“The Battling Bailiff”
Season 2, Episode 17
Night Court was a workplace sitcom set in a Manhattan court room during the night shift, which centered on Judge Harry T. Stone and his rag tag group of work buddies. During this particular episode, one of the bailiffs, Bull, a character who was pretty much based on Lenny from John Steinbeck’s Of Mice and Men, feels unfulfilled with his life, especially after being made fun of by his coworkers for writing poetry, seeing as they think of him as a one-dimensional guy. So, he decides to take up pro wrestling after meeting a promoter inside the courtroom.
The reason there was a wrestling promoter in the courtroom? it wasn’t due to a steroid scandal or for not paying the wrestlers, but to support the Klondike Butcher, played by Lou Ferrigno of King of Queens fame, who had been physically assaulted by a little old lady in the crowd. Which goes to prove that not all little old ladies are stunt grannies planted in wrestling crowds as Exposed! Pro Wrestling’s Greatest Secrets would want you to believe. Impressed by how Bull was able to lift The Butcher off his feet, while trying to protect him from the old lady, the promoter suggests Bull look into wrestling. This is usually one of the three ways most sitcom characters end up in a wrestling ring. The other two include: forced to wrestle in order to win money they desperately need; or getting tricked into wrestling somehow with no chance of escaping.
Now, I didn’t realize how old this episode was, as Bull’s fellow bailiff wasn’t the sassy Marsha Warfield that I was used to, but instead a no-nonsense old white lady by the name of Selma, who seemed to have a strong friendship with Bull and was upset by his leaving. Anyway, Bull quits his job and takes up wrestling training.
After a week of training, Bull is ready to make his debut at Madison Square Garden of all places. Who the hell does he think he is, Rocky Maivia? Right off the bat, Night Court makes no qualms about the fixed nature of pro wrestling, so lucky for me I didn’t watch this when I was 3 when it first aired, or else I would’ve been crushed. Or probably wouldn’t give a shit, since I was still two years away from discovering pro wrestling. Harry and the gang make their way to the back as they wheel off a bloodied wrestler in a stretcher in the same direction, his opponent trailing behind. As soon as they all reach the locker room and the doors close behind them, the bloodied wrestler, Ed, who looks like a fat Kurt Angle, in his stars & stripes singlet, jumps off the stretcher and argues with Alan, who probably wrestles as the Black Savage or some other incredibly offensive name based on his racist outfit and it being pro wrestling in the 80’s. Ed accuses Alan of coming way too close to hitting him. Mind you, this is all taking place as reporters and photographers can clearly see through the tiny windows of the double doors that keeps them at bay.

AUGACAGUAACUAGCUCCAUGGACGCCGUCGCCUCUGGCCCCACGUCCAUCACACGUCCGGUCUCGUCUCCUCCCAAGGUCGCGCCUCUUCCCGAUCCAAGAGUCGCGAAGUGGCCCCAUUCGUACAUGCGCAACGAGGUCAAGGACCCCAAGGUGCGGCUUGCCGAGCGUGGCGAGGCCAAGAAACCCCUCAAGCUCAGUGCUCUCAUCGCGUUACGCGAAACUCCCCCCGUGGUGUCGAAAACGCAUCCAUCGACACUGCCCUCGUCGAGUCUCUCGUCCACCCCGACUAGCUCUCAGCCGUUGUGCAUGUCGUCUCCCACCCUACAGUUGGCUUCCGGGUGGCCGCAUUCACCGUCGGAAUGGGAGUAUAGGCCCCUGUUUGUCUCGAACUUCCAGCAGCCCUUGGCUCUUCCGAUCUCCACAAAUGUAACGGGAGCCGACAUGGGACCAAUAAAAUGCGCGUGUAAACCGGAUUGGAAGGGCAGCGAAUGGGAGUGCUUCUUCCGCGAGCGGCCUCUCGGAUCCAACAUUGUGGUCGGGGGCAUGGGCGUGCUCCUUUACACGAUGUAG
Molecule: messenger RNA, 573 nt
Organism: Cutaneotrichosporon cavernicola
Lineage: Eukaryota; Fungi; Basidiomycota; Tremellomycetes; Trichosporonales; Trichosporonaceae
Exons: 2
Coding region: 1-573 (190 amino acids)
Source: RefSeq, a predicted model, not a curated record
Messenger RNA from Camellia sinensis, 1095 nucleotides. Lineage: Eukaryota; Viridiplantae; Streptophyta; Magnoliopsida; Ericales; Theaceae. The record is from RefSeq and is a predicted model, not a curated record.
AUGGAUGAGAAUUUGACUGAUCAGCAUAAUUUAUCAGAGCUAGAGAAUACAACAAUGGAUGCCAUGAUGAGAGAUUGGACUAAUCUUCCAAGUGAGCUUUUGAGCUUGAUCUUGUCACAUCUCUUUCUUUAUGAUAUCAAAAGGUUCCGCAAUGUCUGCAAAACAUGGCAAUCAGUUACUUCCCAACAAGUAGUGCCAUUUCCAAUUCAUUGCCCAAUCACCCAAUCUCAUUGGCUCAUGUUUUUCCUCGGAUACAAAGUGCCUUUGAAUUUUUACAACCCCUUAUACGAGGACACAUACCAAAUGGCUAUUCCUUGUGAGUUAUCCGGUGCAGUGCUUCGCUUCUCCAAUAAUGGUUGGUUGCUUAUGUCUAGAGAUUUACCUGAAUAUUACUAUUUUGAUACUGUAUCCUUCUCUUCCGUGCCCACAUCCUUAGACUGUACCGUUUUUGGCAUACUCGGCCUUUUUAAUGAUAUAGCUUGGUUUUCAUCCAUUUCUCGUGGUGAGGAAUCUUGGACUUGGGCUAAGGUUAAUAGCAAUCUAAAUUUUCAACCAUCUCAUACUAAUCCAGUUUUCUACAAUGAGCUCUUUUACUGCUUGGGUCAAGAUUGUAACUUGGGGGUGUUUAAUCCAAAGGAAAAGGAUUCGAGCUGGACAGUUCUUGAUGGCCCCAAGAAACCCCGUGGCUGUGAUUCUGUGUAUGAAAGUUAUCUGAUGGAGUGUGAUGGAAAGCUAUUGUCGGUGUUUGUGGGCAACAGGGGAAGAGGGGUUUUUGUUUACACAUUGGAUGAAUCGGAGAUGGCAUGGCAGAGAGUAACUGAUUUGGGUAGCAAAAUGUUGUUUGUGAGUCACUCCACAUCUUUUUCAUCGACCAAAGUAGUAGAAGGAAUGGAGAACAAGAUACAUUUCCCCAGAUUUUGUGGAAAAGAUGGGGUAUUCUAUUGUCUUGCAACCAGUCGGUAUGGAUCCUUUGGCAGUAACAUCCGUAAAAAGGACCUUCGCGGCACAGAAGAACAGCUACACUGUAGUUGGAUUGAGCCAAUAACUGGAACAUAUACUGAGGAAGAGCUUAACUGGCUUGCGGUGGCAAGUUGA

And speaking of Ed, I’m not sure what Night Court’s stance was on blood, but they did a good job of making it look like it was real, and there was so much of it that it’d be impossible for Ed to hide that many ketchup packets in his trunks, as girthy as he was. Yet, when he hopped off the stretcher he didn’t seek out any medical attention. So, maybe the writers of Night Court wanted to play up the fact that everything in wrestling was indeed fake; all smoke and mirrors. And ketchup packets. Although they did seem somewhat smartened up to the backstage politics of professional wrestling, and this is before WWE started hiring Hollywood TV writers for their creative team.
When the wrestling promoter introduces Bull and declares that they’re looking at the next World Champion, an offended Ed calls out the promoter for having previously promised him the belt. To which the promoter tells Ed to stop being “bitchy.” That’s some colorful dialogue for a 1980’s sitcom. I had to rewind it twice to make sure I heard the promoter correctly. To be fair, Ed had a point. When Bull stepped out in his garish bailiff outfit that revealed that he was the least in-shape wrestler in that locker room, it was hard to take him seriously as a wrestler. He looked like a malnourished Ron Reis, AKA The Yeti. Nothing to back up the height.
But it turns out Bull wasn’t cut out for the life of a grappler. Perhaps he couldn’t handle the always unpredictable NYC Garden crowd because as soon as he was introduced, he promptly left the ring and walked to the back. To which Ed pulls out a feature-length film screenplay, flips to a page, and tells Harry and the gang that Bull’s walkout wasn’t scripted. Which I could only imagine was the case backstage at WWE Raw on January 27th, 2014 when CM Punk left.
Bull comes to the locker room, says he felt ridiculous and wants to go back to work as a bailiff. Harry and the gang welcome him back with open arms. As does Selma, who finally shows up to support her pal. Although no actual in-ring action took place, the backstage aspect of the world of professional wrestling is just as entertaining to see how it’s depicted on television or film. As over-the-top as it might be. Then again, it is pro wrestling. Night Court wasn’t too far off. All in all, “The Battling Bailiff” was a solid and funny episode about professional wrestling as far as sitcoms go and, considering almost every sitcom from the 1960’s to the 1990’s had a wrestling-themed episode, that’s saying a lot.
3 thoughts on “Night Court”